• Allow some extra time. If you think a task will take an hour, block off an hour and a half in your calendar. If you end up finishing early, you have bonus time — but often, things take longer than we think they will and this way, you won’t be falling behind before you even start.
  • Consider alternating tasks every hour or two to keep your mind fresh, if it’s not deep work. For example, switch between working on slides for a presentation and reading a report for an upcoming meeting.
  • Set goals. This way you have a clear path forward that ensures you’re working on the most important work (not just the work calling out to you the loudest).
  • Look for shortcuts. Don’t think of this as cutting corners, but working smarter. Like catching up on emails while waiting for an appointment.
  • Match similar or complementary tasks, so your brain can easily complete many things in a row without having to switch “modes”.

Avoid procrastination and precrastination

There’s a delicate balance in a too-busy life. You don’t want to put too many things off, but it’s just as easy to take everything on at once and feel like all deadlines are extremely urgent, even when they aren’t.

It’s important to keep things in check by paying close attention to deadlines, building buffers into your schedule, and being real about priorities. Be mindful of whether your deadline is rapidly approaching or if you actually have time to set a task aside and focus on other work. That can help combat both time crunches.

A few easy ways to avoid both procrastination and precrastination is to keep a schedule, regularly re-evaluate what you have on your plate, and adjust accordingly. Realize that nothing is set in stone and priorities change, and that is okay! Embracing some fluidity (where you can) makes being really busy a little bit easier.

We recommend doing a planning session at least once a week, to check in on what work needs to be done and where priorities may have changed. It might surprise you just how much can change in a few days, so being willing to readjust your plans will help you be as effective as possible in the least amount of time.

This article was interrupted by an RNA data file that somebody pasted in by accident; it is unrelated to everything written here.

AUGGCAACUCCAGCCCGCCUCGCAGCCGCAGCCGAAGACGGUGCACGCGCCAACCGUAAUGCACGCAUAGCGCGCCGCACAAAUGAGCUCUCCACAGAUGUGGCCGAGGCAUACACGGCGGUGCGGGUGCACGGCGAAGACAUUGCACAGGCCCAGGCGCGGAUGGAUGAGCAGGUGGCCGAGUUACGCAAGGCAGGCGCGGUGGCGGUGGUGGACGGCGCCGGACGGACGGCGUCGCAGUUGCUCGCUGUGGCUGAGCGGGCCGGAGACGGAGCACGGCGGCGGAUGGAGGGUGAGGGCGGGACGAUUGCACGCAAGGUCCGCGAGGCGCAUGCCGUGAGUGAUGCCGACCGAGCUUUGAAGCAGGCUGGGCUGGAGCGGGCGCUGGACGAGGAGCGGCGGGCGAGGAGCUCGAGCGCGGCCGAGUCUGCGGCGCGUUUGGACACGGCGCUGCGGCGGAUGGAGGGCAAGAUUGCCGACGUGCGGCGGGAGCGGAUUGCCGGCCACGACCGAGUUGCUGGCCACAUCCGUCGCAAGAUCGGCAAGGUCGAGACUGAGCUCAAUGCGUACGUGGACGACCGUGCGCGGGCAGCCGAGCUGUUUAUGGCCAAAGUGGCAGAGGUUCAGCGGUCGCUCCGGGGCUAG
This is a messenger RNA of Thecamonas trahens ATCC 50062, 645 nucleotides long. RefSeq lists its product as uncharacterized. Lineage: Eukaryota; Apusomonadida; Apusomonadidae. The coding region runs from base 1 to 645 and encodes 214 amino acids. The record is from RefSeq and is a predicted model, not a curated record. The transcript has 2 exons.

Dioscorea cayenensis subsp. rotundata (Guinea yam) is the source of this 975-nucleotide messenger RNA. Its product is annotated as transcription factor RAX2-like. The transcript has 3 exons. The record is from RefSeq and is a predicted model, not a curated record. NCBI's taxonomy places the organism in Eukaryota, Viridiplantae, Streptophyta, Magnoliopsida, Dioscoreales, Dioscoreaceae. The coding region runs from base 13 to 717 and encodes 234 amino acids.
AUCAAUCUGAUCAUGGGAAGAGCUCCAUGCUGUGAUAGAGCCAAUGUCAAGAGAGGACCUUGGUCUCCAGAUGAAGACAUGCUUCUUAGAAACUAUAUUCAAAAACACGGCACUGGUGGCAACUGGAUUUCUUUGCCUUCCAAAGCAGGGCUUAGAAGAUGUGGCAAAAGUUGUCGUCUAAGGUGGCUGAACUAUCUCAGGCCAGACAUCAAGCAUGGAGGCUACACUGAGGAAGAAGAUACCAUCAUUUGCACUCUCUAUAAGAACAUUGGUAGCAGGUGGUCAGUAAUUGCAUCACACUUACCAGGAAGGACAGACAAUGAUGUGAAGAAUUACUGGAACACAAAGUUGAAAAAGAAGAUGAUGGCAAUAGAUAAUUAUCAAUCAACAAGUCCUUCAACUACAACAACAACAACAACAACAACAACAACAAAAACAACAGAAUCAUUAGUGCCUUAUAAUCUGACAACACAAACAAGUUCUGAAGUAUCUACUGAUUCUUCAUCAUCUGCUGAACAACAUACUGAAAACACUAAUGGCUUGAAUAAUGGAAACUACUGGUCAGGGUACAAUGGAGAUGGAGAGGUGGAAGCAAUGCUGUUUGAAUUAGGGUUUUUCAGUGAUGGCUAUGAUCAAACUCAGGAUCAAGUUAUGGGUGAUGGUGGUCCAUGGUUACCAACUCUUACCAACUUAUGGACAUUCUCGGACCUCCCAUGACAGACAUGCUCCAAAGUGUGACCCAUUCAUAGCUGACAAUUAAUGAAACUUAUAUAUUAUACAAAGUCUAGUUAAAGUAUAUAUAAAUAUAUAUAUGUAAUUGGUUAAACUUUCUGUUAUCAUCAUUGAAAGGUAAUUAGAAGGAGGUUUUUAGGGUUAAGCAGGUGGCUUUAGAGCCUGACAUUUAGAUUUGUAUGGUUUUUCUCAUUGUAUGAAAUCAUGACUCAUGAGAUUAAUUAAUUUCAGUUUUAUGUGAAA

Delegate where you can

What are the things that are keeping you busy and are they you’re responsibility? Maybe you feel the need to take on more at work because it feels more efficient. But is it? Look at the tasks that are directly tied to your responsibilities. If you can reasonably offload some tasks, let go and let somebody else do the work.

It can be so easy to feel like the weight of an entire project is on our shoulders, but taking a step back reveals that it’s not really. Not everything has to be done by you — in fact, it can often be done better by someone else (especially if they’re not as busy as you and can focus more energy on the work).

If you’re a manager, you can delegate to people on your team. This is actually a great way to help people level up their skills. If you’re not a manager, you can still ask for help from peers or see if outsourcing a simple task to a contractor is possible.

If delegation is possible, it doesn’t mean the work is completely off your plate — it is still your responsibility. However, here’s how to make it as efficient as you can:

  • Communicate clearly. This means also checking in for updates and providing enough details so the task is completed.
  • Leave the door open for questions. Don’t leave the person high and dry; they’ll do better work, faster, with your guidance.
  • Remember to be understanding and try to balance your involvement. If it’s something where you can be completely hands off, do that. But don’t assume that will be the case for everything you are able to delegate.

Don’t forget you can delegate things in your personal life too. If cleaning your apartment every weekend stresses you out and ruins your relaxation time, see if paying for a cleaning service might be worth the cost. There are a lot of tasks that can be done for less money than you think, and save you a ton of time and worry.

Reward yourself

When it’s all said and done, there is a light at the end of the tunnel. You will complete the to-do list. Deadlines will pass. You’ll get through it. And when you get there, remember to take a moment to honor your hard work.

When you feel too busy all the time, it’s time to make a change to some of the systems in your life. Delegate, set goals, reframe priorities.

It’s also important to reflect on the busy periods and think about what worked really well and what didn’t. Think about what kind of things you did that could be done faster or doubled up with another task. It isn’t always easy to see the obvious when life is happening fast, but taking a breath to think through it may make the next time you are too busy much easier.